Why is this important, for Detroit and other cities who might need a role like yours?

It’s important because I think there’s an opportunity here for people across to Detroit to see that not only can their voices be heard, but that the City of Detroit is making sure that their voices are heard. It’s another form of validation, but it’s a different form of validation beyond providing basic city services. All Cities have an opportunity like this, to really show that residents matter.

When you announced your new role, you said Detroit’s narrative is getting lost in translation? What’s the Detroit story we typically don’t hear?

We typically don’t always hear about residents who stayed in Detroit over the last decade or so. It’s no secret that the city has suffered a massive population loss, but for those of us that love the city so much, when do we ever hear from them? This is a way (but to be clear, not the only way) of showing “hey, thank you for loving Detroit enough. We’re going to do our best in return.”

Who is your local hero, the one person that is the embodiment of Detroit and why?

I’d have to say my late grandfather, Dr. Harvey Day. He beat all the odds — coming up from rural, segregated Alabama up here to the North End. When he was in high school, he helped charter the school’s first National Honor Society at (now-defunct) Northern High. He graduated early, went to the Army, came back and decided he wanted to be a nurse, but Wayne State University at the time didn’t believe a black man could be one. He broke that barrier, and then went on to co-found a scholarship for nursing students a year later. And he didn’t stop there. He got his Ph.D. from the University of Michigan, and went on to turn around a troubled health system, then went on to work for the State of Michigan’s health department. After leaving the State, he co-founded a pharmacy benefit management corporation, and one of his last major career accomplishments before his passing was protecting the benefits of retired Detroit police officers that would have been lost after the city’s bankruptcy. It’s his level of commitment to Detroiters that I hope to aspire to.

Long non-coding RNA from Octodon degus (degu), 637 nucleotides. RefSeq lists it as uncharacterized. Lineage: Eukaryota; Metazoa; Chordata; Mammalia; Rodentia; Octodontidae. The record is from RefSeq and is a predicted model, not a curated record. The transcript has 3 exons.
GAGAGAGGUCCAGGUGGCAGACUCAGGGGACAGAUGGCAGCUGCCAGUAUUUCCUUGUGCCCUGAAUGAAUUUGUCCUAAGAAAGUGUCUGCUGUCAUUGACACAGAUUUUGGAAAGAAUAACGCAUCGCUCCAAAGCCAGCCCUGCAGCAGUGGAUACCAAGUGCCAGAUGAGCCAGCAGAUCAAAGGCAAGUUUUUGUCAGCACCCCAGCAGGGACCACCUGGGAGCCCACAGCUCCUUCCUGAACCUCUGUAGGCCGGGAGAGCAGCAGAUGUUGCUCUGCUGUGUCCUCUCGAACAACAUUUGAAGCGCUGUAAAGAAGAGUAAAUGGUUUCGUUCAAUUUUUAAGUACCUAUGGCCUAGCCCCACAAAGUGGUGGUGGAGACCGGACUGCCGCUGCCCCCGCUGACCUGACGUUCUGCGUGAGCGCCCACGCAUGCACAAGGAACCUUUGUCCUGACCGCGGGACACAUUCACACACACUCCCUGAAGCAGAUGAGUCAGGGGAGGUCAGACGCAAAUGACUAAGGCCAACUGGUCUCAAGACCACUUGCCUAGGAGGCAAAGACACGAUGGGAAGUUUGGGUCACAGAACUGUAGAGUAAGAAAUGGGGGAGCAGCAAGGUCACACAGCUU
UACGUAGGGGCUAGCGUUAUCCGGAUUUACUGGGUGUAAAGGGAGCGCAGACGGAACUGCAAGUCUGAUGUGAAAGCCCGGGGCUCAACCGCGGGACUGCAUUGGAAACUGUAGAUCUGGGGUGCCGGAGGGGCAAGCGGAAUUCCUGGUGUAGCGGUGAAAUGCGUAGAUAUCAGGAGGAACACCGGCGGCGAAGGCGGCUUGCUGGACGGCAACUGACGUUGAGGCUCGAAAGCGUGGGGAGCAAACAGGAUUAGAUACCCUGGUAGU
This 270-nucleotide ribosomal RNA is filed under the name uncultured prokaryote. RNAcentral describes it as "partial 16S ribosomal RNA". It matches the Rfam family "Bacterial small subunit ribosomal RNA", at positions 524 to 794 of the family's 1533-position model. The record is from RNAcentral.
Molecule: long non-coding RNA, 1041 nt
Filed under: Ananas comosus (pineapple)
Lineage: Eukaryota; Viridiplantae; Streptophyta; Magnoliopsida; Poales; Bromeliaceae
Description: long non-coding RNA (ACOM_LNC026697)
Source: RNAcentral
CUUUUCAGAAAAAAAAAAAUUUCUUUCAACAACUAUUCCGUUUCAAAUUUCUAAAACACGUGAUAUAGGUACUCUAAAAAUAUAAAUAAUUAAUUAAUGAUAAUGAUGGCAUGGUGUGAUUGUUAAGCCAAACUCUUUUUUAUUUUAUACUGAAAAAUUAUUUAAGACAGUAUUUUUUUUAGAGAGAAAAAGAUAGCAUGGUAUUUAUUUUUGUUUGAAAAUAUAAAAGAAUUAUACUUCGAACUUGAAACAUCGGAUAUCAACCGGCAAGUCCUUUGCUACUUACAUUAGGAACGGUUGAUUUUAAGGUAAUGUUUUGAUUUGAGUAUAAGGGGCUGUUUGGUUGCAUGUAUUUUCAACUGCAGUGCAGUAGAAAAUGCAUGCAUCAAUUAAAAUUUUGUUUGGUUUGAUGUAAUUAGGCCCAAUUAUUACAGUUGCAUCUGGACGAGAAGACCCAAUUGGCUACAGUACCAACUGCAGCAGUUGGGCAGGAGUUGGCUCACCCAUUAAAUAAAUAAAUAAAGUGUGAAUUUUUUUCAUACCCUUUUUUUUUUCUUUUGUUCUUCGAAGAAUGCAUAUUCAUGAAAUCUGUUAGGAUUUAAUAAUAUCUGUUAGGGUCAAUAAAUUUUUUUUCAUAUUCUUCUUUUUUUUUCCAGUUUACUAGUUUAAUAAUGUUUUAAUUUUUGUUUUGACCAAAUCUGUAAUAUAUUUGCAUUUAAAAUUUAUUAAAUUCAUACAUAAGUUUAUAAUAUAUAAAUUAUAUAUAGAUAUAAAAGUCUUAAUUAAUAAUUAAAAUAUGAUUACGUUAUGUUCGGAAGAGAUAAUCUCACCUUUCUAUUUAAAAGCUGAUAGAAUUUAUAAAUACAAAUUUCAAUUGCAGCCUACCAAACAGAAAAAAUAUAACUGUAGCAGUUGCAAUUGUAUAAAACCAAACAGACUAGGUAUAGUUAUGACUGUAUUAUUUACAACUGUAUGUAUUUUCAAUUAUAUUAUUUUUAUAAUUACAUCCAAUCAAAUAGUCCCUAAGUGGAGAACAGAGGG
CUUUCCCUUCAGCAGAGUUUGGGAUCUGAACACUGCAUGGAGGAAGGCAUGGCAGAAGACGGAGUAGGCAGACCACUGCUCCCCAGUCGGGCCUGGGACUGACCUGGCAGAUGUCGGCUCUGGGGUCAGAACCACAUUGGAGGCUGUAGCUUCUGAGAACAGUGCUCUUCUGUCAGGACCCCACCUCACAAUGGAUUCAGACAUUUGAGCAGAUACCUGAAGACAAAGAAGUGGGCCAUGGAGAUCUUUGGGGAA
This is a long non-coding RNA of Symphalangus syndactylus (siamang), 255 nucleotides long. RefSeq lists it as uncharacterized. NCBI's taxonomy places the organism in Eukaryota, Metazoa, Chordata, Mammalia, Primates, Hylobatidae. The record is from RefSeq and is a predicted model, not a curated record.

I’m in Detroit for 24 hours. What’s the ‘Aaron Foley Tour?’

Where to begin? I love Mexican food, so I would start at Taqueria el Rey or El Camino Real. Then I’d hit up the Detroit Institute of Arts (there’s a massive local hip-hop exhibit on display there now), and maybe a quick tour of some of Detroit’s most architecturally distinct neighborhoods like Indian Village or Palmer Woods. Some of the best food for dinner is takeout; maybe hit up Uptown BBQ or Asian Corned Beef, and take it with you to Belle Isle and watch the sun set over the river. If you don’t want to get it to go, I suggest Chartreuse for dinner and cocktails.

How can others connect with you, what you’re doing and the city of Detroit?

Pretty easy. I’m all over Twitter (@aaronkfoley), or you can email me at FoleyA@detroitmi.gov. To see the stories we’ve been telling, visit TheNeighborhoods.org.

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About Luke Fretwell

Luke Fretwell is the founder of GovFresh and co-founder/CEO of ProudCity. Connect with him on Twitter and LinkedIn or email at luke@govfresh.com.